When you’ve been injured in an accident, there are various documents and types of information that you will need to file an injury claim and document the accident correctly with your insurance company and other relevant organizations. To make sure that you know what information you need, here are six types of information that you need to take into account when filing your injury claim.

6 Key Pieces of Information

1. The Location and People Involved

No matter where the accident occurred, you will need to provide some basic information about the location. This includes the most approximate address, city, and state or province where the accident happened. You will also need to include the names and contact information of any witnesses who saw what happened. An injury lawyer can help you gather this information and build a strong case.

Make sure you speak with some type of legal counsel before filing your claim to learn how best to compile all of the necessary evidence. For example, if you were injured at work, it is important to know which company was responsible for the accident so that they can be held liable for the injuries you sustained. If you were injured in a car accident, you should do your best to get as much information as possible about the other vehicles or people involved.

2. Circumstantial Information

If you were injured in an accident, you’ll need to gather some basic information about what happened. This includes the date, time, and circumstances of the accident. For example, if you were in a car accident, you’ll need to know the other driver’s insurance information and note if the weather was a factor. If you were injured at work, you’ll need to know whether there were any violations of company training or policy when your injury occurred. It will be important to your case to have a clear picture of whether any certain circumstances were relevant to the accident/injury happening.

Advertisement

If you were injured by someone else, you’ll need to get their contact information as well as the contact information of any witnesses. You should also take pictures of the injury or damage if it’s not obvious from looking at it, and document ongoing symptoms and developments.

3. Identifying the Accident

What we mean here is making sure that you have a clear reference of events. It is important to make sure you know exactly what happened, why, and how the accident occurred. No matter how you were injured, you must have a very solid understanding of the events and timeline to file a successful injury claim. This includes everything from identifying the accident to documenting your injuries and how they have affected you and your daily life, as well as your family or dependents.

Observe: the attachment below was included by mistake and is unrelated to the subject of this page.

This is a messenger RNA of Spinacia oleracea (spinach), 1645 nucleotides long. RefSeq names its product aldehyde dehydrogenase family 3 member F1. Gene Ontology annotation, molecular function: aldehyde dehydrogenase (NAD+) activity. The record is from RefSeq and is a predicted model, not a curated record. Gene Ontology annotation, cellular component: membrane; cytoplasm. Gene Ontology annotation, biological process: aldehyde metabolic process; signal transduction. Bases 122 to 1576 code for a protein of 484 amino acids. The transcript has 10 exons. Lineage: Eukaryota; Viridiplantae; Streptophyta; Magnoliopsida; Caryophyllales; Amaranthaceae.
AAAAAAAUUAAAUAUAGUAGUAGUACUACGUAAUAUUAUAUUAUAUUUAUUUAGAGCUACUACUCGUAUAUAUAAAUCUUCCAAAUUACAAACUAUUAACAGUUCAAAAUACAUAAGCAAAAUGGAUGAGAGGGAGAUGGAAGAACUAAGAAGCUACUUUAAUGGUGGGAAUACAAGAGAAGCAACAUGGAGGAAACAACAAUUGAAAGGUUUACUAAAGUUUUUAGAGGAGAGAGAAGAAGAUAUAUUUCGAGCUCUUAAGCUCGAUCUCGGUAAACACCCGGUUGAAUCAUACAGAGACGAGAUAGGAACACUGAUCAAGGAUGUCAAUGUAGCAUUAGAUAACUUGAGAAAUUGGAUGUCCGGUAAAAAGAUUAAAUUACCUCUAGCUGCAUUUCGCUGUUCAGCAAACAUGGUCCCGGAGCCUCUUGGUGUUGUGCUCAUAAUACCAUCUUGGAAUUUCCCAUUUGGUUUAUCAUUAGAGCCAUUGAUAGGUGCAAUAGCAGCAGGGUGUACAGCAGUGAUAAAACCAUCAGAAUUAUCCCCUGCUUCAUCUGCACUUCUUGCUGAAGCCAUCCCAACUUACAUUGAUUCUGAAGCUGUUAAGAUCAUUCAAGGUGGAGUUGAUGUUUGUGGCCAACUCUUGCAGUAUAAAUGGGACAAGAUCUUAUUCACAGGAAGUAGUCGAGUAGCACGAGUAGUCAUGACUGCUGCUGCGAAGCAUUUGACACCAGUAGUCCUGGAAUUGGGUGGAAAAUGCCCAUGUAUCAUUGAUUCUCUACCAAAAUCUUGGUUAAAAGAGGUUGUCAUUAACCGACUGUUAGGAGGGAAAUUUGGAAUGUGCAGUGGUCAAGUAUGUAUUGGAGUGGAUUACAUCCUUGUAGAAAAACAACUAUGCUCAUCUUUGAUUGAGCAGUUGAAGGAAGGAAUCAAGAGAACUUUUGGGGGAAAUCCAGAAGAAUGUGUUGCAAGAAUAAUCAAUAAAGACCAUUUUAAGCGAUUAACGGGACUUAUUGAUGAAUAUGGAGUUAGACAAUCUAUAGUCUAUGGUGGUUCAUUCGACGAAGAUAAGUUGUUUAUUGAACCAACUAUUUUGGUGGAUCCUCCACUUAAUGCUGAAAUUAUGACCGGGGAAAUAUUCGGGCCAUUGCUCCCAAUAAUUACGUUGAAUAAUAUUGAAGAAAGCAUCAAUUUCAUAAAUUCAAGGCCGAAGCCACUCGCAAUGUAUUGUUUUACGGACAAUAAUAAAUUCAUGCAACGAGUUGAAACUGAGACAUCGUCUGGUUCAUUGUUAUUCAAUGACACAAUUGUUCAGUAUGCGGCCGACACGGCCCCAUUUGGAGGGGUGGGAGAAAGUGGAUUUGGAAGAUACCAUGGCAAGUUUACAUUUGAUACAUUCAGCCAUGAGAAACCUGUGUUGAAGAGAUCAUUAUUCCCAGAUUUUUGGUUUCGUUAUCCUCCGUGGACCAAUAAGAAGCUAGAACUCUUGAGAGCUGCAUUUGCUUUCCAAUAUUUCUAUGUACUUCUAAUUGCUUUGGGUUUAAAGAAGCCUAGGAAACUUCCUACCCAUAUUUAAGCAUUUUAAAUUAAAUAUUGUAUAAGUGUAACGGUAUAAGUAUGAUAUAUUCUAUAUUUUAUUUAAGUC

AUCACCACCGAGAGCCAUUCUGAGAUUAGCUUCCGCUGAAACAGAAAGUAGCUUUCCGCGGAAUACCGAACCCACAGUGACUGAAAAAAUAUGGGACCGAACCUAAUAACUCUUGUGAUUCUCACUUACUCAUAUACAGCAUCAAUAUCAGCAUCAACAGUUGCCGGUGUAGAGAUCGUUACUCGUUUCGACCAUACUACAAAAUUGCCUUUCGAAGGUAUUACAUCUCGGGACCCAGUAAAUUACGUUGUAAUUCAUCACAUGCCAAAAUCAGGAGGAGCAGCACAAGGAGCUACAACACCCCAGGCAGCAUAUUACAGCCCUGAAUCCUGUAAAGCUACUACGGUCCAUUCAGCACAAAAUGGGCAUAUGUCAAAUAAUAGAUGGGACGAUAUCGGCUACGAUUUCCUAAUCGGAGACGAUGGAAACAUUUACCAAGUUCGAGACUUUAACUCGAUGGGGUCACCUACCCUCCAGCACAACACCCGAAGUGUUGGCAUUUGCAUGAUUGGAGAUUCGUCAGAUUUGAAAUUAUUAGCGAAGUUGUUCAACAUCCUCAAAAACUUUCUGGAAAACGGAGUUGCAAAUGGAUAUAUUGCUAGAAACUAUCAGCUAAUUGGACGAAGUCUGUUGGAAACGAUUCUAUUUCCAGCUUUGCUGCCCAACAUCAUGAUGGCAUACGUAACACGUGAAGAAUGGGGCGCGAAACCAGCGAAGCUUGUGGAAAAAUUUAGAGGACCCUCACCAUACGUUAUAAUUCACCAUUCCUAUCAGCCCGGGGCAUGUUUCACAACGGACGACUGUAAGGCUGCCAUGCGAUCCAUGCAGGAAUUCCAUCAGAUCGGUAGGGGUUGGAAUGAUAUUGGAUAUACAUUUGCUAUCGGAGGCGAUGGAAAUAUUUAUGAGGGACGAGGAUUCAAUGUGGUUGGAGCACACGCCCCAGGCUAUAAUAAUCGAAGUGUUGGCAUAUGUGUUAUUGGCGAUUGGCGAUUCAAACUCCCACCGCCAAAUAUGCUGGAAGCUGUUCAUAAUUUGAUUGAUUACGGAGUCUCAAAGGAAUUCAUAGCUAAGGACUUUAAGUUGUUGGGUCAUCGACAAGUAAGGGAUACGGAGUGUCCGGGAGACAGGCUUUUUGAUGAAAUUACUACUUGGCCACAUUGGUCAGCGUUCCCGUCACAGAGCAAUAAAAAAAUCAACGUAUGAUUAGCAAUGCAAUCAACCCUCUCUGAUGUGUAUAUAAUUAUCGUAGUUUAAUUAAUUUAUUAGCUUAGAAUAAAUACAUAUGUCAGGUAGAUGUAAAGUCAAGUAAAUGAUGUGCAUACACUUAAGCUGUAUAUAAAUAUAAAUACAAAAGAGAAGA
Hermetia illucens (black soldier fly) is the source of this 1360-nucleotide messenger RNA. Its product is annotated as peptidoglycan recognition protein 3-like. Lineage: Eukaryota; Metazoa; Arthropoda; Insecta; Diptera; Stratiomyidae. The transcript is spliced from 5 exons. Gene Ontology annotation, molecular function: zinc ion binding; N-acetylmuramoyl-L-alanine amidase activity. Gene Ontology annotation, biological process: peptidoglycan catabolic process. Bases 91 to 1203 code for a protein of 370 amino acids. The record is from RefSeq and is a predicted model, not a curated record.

You must document as much as possible with as many sources as possible. It is also important that if someone else caused your injury, they are listed on the document too so they can be liable for damages and compensation. Most of these documents will be written records. For example, if you were injured while driving someone’s car, then both the driver and yourself should write down what happened before and after the accident occurred.

4. Medical Records

To have a successful claim, you will need medical records documenting the injury and treatment. This will be the most important part of your claim, as it will provide evidence of the injury and how it has impacted your life.

To get started, you should request copies of all medical records from the facility that is treating you, including X-rays, MRIs, and doctor’s notes. These records will form the basis for your claim, establishing that you are injured, the degree of your injury, and what type of compensation is appropriate. You will also need to provide proof that you are still receiving treatment for your injury and carefully track any changes in your condition. An injury lawyer will help ensure that all of these documents are properly collected, organized, and submitted for review.

5. Witnesses

If you’re hurt in an accident, one of the first things you should do is get the names and contact information of any witnesses. These people can help back up your version of events and could be critical to your case. For example, if a driver leaves the scene without giving their information, a witness may be able to provide a description. In some cases, they may also know what happened before or after the accident which will help with the investigation or give clues about who was at fault. Be sure to speak with them as soon as possible so they don’t forget anything. Witnesses might not want to speak with police on the scene or fill out a statement form because they feel intimidated by law enforcement officers, so make sure you speak with them directly.

6. Procedural Information

It’s a great idea to get legal advice and ensure you aren’t missing any steps when filing your claim. Most geographic locals have lawyer referral services, which can be a great resource when you’re looking for a personal injury lawyer. The service will usually provide you with a list of attorneys in your area who practice personal injury law. When you contact the referral service, be sure to ask questions about the attorneys on the list. For example, you may want to ask about their experience, whether they’ve handled cases like yours before, and how much they charge.

The More Information, the Better

The above are the different types of information you will need to file a claim for your injury. It is recommended that you take this list with you when visiting your doctor or health care provider so that they can assist you in gathering all the necessary details. It is important to know what information is needed so that you can collect it and present it in a way that is easy for the adjuster or attorney handling your case.

Join the Discussion